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A Lebanon-based al-Qaida-linked group claimed responsibility Thursday for a rocket attack against Israel this week, saying it was in retaliation for Israel's crackdown on protesters at a Jerusalem shrine.

The claim from a group calling itself the Battalions of Ziad Jarrah came two days after a rocket was fired from Lebanon into northern Israel, causing no casualties. Lebanese troops subsequently found and dismantled four additional rockets in the village of Houla near the border with Israel.

The claim of responsibility, made on a Web site often used by Islamic militants, could not be independently verified.

The group is named after a Lebanese militant who as among the 19 suicide attackers that carried out the Sept. 11 attacks in the United States. It has claimed responsibility for previous rocket-firings across the border into Israel.

The group said its fighters set up five rockets in Houla on Tuesday night but one launched prematurely, leading the militants to flee the area leaving four rockets behind. It was the fifth such attack against Israel from Lebanon this year. Israel responded with artillery fire, but there were no reports of casualties.

Earlier this month, Israel troops cracked down to disperse hundreds of stone-throwing Palestinian protesters in a fresh eruption of violence at the most volatile spot in the Holy Land. The site is known to Jews as the Temple Mount and to Muslims as the Noble Sanctuary.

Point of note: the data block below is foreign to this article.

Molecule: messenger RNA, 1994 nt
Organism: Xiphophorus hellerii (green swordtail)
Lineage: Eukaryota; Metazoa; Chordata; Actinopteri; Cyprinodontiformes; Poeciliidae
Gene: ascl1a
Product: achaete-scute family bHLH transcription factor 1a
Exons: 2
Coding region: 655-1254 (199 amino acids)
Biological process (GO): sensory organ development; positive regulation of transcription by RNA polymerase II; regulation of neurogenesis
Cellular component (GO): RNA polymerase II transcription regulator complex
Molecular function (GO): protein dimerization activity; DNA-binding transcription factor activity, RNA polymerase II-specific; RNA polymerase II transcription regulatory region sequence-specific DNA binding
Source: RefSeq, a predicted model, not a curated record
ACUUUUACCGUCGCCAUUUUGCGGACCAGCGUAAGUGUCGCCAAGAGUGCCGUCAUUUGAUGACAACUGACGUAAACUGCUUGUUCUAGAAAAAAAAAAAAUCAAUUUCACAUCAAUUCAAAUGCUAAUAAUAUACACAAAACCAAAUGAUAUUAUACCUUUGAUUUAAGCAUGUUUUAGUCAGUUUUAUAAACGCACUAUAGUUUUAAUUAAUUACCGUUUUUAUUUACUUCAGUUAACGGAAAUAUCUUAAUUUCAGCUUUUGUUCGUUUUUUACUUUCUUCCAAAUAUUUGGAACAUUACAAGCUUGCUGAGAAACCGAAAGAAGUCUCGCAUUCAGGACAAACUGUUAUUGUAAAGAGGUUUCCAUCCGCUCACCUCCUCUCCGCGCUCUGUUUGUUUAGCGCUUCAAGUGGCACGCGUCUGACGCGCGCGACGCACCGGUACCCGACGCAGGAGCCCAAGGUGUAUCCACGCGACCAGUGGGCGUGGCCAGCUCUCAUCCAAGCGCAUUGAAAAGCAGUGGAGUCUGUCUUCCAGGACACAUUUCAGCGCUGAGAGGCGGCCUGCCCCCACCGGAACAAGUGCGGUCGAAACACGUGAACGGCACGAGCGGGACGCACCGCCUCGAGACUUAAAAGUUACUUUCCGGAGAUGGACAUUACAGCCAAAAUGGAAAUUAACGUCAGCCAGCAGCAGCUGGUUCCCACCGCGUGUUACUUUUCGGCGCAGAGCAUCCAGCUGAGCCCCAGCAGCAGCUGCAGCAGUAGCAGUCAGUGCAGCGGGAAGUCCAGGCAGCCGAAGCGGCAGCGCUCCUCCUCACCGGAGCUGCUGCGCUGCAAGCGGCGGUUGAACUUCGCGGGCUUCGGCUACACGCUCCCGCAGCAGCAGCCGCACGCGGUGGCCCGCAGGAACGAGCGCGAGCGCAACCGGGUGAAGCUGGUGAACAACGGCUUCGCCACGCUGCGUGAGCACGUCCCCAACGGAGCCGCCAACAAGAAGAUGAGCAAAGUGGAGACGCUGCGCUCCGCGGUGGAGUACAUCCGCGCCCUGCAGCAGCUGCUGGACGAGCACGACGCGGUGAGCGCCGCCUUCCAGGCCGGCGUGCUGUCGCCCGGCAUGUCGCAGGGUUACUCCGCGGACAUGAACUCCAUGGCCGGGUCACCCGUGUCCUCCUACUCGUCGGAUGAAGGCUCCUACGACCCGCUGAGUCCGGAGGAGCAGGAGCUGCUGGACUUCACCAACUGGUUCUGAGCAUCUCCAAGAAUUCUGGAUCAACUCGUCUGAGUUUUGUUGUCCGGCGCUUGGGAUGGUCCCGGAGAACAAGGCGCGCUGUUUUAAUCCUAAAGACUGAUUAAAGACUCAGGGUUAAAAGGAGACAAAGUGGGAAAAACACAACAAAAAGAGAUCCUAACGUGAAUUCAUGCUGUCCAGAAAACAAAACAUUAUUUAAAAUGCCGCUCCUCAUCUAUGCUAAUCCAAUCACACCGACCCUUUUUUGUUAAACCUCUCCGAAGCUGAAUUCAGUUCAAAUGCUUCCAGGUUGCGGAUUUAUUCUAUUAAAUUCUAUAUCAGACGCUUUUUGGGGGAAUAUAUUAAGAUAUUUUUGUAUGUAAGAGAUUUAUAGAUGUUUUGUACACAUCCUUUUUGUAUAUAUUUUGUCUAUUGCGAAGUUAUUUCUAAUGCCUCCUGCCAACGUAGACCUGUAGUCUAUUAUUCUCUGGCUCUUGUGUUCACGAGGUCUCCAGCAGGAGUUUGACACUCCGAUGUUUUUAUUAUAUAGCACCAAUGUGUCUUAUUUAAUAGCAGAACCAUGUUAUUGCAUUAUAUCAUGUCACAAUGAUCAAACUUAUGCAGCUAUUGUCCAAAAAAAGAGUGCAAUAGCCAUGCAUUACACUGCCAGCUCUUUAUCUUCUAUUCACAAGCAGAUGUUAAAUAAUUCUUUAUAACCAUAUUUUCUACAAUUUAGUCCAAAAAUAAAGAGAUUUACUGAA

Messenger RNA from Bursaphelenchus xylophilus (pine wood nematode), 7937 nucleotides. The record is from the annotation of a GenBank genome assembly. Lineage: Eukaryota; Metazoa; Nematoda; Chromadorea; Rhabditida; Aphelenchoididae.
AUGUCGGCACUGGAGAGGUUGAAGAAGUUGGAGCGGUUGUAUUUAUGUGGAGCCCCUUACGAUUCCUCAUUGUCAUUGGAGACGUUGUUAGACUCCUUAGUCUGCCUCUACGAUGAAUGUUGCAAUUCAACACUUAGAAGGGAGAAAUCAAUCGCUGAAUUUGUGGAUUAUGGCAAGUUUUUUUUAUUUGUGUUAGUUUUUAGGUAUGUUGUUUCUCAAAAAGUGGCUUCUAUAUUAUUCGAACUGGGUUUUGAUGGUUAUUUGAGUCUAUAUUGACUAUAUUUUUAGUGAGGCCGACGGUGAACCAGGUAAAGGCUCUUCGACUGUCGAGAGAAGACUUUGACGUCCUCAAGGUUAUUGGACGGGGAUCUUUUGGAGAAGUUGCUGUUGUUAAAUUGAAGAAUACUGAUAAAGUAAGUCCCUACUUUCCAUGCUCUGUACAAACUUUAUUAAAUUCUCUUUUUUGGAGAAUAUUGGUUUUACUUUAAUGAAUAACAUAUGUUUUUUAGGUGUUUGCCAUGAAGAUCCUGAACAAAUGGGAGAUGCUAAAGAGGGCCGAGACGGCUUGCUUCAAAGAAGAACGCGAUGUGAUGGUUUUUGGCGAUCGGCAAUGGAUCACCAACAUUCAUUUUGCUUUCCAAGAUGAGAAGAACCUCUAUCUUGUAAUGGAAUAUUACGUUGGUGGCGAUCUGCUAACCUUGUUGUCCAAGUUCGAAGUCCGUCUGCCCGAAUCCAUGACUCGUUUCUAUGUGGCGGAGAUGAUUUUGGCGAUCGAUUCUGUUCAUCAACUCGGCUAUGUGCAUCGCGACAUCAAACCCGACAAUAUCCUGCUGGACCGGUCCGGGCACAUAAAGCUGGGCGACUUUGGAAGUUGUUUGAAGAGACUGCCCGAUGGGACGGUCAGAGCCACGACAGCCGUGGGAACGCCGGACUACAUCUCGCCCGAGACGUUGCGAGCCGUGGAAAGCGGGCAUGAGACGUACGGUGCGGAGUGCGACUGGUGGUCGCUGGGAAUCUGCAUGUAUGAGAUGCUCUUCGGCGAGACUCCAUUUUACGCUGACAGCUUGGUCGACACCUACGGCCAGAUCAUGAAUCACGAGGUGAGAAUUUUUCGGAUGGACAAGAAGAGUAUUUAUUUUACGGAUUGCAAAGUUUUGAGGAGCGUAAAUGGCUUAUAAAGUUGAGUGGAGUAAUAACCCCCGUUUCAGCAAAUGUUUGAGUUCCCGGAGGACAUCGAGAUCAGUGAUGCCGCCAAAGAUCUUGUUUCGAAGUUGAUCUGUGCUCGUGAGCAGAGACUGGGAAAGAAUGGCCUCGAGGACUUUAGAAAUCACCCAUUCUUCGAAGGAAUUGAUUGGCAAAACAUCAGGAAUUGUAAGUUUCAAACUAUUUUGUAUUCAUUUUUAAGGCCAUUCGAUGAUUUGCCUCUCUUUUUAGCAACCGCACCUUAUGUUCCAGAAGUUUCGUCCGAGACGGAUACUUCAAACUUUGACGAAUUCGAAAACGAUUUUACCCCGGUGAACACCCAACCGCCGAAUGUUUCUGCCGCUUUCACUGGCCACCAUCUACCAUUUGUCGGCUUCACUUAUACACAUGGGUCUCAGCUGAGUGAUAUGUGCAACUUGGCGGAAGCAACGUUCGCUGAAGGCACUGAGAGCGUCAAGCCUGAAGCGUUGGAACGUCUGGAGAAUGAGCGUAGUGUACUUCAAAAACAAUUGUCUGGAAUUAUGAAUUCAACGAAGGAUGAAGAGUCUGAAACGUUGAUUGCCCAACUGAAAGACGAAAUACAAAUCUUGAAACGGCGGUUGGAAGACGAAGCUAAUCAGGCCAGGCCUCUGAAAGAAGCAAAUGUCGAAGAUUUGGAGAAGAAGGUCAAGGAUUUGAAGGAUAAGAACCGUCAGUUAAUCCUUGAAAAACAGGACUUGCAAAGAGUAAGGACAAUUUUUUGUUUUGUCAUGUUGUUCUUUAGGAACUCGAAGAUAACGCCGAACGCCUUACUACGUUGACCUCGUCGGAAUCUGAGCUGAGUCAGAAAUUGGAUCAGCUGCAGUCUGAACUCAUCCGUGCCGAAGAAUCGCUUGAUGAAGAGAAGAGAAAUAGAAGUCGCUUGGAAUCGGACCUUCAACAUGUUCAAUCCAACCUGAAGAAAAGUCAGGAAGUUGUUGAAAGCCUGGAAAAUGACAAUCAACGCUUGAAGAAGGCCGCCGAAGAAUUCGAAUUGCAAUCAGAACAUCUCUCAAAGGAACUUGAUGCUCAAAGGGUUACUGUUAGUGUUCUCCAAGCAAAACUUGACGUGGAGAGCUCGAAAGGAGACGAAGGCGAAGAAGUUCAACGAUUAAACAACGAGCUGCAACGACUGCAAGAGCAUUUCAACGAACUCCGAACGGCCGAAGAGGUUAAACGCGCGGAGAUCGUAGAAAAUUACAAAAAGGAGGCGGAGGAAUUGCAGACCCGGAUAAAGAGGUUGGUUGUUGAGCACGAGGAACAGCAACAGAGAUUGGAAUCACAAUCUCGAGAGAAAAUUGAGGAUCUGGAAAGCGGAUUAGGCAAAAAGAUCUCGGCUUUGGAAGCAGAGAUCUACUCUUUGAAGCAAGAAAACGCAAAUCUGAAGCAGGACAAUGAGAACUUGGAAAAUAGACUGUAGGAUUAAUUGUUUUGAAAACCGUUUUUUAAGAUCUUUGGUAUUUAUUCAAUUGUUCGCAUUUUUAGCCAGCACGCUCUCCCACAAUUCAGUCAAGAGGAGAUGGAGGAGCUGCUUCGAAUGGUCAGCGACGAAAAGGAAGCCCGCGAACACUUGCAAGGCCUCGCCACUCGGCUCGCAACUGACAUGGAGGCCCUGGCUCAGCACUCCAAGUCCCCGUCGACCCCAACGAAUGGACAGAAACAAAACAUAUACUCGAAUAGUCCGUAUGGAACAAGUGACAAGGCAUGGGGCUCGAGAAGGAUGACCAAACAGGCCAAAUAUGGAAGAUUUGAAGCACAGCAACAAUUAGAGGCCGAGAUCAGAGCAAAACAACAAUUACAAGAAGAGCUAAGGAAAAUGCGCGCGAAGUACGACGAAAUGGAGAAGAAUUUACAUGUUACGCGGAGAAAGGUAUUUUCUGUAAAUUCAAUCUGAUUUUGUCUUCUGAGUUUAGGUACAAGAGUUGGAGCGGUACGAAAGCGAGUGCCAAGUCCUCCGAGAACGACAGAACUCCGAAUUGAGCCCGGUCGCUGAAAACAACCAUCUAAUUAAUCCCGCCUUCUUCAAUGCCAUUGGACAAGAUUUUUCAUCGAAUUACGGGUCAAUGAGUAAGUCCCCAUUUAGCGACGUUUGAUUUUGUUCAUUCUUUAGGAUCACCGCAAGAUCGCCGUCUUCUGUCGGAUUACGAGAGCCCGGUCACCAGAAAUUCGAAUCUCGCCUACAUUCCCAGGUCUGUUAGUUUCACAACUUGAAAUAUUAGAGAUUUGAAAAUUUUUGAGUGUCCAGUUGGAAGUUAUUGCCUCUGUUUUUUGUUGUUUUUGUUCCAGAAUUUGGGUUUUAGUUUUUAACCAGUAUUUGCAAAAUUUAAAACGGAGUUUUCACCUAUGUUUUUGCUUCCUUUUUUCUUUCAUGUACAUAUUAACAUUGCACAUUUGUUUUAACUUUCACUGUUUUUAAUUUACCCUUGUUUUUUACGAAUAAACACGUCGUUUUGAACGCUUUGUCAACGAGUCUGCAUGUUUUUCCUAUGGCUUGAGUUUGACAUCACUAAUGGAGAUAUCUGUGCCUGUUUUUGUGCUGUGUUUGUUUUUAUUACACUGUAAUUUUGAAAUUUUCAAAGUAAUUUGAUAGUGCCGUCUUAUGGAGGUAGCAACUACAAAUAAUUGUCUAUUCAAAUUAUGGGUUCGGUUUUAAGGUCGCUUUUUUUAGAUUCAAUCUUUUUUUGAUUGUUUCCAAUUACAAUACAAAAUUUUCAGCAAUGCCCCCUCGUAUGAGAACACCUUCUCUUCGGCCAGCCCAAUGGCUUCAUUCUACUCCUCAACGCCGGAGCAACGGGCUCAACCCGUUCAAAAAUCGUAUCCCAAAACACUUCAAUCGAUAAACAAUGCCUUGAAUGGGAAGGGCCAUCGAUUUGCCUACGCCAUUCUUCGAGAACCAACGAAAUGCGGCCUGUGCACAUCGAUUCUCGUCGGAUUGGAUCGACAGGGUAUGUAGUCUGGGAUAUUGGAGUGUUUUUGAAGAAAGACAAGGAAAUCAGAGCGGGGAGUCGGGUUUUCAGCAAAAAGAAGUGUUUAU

Lebanon: Israel arranged rocket fire to keep tensions high

Lebanese President Michel Suleiman on Thursday suggested that Israel had arranged for collaborators in his country to fire Katyusha rockets at the Galilee earlier this week, in a bid to keep tensions high in the area.

According to the Lebanese newspaper A-Sapir, Israel's declarations that it would not cease its intelligence activities on Lebanese territories validate Suleiman's accusations.

A panel of inquiry established by the Lebanese Army found that the rockets, fired from Houla in southern Lebanon on Tuesday, were launched from the home of the village's mayor.

The mayor was not present in his home, according to the panel, and has no connection to the rocket fire.

Lebanese troops found and dismantled four rockets ready for launching in a building under construction near the border with Israel on Wednesday, said a senior Lebanese army official.

Three of the four Katyusha rockets found were ready to be fired, said the official.

The discovery came one day after the Katyusha fired, the first such incident since last month.

The attack on Tuesday drew a rapid response from Israeli artillery in a brief flare-up across the border that caused no casualties.